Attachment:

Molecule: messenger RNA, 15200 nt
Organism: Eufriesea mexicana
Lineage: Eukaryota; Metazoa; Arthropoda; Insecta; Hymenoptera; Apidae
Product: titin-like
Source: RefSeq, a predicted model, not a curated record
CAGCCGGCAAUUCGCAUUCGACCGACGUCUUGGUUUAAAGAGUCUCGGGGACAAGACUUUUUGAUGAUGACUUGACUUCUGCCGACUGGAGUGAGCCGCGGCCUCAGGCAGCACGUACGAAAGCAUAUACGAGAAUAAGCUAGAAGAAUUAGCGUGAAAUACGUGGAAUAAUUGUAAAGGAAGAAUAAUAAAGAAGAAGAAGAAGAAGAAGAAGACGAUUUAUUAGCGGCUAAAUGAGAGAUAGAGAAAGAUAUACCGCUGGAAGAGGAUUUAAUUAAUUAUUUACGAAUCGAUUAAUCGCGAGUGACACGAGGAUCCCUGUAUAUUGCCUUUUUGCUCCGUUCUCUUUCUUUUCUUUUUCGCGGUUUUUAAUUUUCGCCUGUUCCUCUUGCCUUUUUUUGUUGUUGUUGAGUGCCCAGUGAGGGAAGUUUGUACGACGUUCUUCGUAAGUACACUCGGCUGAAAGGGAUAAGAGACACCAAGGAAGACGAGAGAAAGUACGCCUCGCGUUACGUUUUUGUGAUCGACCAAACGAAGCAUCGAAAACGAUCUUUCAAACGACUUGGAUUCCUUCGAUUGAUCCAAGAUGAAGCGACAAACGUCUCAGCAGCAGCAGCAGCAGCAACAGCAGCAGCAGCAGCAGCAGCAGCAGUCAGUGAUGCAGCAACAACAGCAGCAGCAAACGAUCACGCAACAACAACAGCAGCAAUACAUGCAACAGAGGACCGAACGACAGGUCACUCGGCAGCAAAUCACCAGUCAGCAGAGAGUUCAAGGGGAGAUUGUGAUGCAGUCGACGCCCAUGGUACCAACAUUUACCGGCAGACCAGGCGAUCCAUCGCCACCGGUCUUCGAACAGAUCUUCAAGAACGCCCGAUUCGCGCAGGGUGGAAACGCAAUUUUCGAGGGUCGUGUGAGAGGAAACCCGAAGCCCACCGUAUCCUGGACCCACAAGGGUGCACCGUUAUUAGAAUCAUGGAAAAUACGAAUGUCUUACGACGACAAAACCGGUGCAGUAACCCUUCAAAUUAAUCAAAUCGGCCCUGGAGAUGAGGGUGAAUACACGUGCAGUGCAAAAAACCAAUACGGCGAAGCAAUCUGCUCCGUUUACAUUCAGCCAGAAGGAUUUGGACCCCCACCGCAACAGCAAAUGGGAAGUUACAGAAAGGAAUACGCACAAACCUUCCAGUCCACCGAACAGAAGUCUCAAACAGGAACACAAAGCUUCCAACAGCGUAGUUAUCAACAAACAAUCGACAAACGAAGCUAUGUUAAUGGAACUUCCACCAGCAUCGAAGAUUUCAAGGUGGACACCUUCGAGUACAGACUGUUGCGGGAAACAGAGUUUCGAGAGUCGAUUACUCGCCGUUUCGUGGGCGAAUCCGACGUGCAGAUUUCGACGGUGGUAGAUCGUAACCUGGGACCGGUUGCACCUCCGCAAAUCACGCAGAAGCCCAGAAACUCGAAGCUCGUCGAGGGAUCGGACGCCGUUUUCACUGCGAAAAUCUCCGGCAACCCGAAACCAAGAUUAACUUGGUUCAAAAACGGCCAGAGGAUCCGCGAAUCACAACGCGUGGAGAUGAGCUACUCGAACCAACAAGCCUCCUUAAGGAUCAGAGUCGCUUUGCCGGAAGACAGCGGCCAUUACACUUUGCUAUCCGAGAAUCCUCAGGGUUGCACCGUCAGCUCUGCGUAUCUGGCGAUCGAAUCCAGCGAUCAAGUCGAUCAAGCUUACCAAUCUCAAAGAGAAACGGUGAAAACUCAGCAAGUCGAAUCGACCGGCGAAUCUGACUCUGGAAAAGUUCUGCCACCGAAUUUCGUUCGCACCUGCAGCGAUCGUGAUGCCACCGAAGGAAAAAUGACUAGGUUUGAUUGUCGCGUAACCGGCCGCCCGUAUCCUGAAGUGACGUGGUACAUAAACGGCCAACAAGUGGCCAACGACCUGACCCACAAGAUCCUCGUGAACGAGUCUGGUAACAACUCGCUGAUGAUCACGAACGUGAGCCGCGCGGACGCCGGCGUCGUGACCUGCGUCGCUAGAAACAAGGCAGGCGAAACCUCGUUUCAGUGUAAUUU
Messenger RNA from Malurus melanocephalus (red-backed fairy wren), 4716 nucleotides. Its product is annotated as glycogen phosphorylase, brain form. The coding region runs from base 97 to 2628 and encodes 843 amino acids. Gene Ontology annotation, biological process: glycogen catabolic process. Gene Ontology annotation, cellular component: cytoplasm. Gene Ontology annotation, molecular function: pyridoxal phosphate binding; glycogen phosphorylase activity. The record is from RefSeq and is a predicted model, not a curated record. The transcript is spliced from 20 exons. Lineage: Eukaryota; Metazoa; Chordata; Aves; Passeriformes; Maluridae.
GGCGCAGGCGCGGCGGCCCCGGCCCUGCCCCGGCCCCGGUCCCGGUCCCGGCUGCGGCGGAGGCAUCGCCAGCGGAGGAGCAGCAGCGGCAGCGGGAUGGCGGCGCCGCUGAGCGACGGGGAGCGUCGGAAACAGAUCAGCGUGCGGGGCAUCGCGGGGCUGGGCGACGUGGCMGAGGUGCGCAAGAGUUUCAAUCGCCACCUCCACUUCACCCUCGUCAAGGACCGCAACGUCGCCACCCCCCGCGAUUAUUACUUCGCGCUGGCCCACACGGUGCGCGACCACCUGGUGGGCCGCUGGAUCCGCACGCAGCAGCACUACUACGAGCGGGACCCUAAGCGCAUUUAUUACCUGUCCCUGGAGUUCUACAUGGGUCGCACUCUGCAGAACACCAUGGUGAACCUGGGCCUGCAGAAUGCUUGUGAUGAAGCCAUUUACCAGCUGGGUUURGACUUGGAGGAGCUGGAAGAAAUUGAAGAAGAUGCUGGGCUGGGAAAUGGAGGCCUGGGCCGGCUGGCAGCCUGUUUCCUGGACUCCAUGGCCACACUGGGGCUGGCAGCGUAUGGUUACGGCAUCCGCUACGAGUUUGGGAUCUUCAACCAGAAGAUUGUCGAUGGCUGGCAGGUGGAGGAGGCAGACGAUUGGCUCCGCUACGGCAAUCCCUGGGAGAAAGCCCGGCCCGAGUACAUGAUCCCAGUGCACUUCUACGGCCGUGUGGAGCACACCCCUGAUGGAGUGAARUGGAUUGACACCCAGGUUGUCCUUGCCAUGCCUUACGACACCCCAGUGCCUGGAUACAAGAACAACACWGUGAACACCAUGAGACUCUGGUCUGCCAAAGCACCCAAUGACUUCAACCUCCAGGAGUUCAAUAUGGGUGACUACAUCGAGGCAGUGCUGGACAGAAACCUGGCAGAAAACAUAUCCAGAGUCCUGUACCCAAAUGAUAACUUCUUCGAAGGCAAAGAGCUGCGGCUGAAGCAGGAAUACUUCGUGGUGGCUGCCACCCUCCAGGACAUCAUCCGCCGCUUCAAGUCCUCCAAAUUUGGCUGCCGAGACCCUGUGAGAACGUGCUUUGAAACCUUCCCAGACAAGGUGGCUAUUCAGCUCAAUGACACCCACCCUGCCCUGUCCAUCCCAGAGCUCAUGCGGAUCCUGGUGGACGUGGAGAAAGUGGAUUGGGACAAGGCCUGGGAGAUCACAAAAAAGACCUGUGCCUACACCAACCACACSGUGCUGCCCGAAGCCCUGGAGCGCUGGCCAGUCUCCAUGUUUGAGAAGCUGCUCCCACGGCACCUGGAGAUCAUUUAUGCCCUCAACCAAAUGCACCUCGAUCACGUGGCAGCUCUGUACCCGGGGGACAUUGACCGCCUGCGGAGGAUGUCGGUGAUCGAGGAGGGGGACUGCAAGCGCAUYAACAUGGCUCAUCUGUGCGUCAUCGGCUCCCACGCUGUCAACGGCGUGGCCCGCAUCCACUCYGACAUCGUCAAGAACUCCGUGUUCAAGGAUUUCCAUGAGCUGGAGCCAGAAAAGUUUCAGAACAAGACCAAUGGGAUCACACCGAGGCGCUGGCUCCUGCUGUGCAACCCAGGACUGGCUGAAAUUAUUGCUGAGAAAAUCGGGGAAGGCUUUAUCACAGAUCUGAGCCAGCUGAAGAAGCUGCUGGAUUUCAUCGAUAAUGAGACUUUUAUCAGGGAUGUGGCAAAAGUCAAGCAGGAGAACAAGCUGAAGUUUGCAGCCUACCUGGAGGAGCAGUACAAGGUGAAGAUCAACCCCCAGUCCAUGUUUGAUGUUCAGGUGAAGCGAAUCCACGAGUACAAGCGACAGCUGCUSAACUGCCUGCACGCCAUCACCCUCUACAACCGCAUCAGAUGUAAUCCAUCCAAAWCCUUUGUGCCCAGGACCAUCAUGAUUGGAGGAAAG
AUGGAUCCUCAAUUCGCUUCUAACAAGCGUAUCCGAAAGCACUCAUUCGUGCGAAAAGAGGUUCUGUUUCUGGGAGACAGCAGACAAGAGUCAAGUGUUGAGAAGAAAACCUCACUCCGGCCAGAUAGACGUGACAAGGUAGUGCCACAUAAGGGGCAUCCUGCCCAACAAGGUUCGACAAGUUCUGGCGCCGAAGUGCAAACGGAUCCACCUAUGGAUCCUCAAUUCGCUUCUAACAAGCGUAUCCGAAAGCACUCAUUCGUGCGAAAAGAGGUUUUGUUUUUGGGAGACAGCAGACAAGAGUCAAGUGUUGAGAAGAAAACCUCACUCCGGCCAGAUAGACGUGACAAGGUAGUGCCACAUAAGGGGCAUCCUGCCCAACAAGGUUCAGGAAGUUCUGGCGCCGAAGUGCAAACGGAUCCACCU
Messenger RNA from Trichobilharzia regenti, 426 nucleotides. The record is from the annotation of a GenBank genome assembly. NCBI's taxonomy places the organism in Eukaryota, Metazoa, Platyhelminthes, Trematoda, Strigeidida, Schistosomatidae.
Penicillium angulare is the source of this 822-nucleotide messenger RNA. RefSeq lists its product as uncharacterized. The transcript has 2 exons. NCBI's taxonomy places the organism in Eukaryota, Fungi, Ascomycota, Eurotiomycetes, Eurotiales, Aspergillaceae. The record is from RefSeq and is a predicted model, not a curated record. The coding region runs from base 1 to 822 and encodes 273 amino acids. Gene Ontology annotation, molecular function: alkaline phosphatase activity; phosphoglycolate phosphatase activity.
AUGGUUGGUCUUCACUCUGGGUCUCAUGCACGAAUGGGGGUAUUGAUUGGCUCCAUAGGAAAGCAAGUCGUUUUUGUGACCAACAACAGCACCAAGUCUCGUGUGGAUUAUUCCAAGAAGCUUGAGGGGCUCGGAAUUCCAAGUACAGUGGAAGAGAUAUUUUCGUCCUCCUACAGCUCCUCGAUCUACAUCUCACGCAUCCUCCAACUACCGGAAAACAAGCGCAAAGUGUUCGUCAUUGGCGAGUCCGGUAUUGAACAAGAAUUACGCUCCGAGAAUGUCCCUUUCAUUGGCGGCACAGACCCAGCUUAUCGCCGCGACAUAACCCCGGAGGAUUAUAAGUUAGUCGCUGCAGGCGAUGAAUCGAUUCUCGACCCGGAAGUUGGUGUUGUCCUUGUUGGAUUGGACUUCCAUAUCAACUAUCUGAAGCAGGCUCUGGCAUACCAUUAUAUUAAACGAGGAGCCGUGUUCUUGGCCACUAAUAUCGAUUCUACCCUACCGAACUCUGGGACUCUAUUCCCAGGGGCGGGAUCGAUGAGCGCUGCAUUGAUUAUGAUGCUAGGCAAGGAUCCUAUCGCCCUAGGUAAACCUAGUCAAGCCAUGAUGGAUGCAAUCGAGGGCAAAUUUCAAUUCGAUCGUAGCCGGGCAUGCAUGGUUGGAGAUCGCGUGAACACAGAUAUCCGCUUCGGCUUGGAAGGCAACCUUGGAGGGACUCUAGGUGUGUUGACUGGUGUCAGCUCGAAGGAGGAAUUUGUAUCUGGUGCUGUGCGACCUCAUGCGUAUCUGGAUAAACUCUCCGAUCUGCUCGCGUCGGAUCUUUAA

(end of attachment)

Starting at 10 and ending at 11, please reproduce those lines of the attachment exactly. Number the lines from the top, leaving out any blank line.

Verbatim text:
Messenger RNA from Trichobilharzia regenti, 426 nucleotides. The record is from the annotation of a GenBank genome assembly. NCBI's taxonomy places the organism in Eukaryota, Metazoa, Platyhelminthes, Trematoda, Strigeidida, Schistosomatidae.
Penicillium angulare is the source of this 822-nucleotide messenger RNA. RefSeq lists its product as uncharacterized. The transcript has 2 exons. NCBI's taxonomy places the organism in Eukaryota, Fungi, Ascomycota, Eurotiomycetes, Eurotiales, Aspergillaceae. The record is from RefSeq and is a predicted model, not a curated record. The coding region runs from base 1 to 822 and encodes 273 amino acids. Gene Ontology annotation, molecular function: alkaline phosphatase activity; phosphoglycolate phosphatase activity.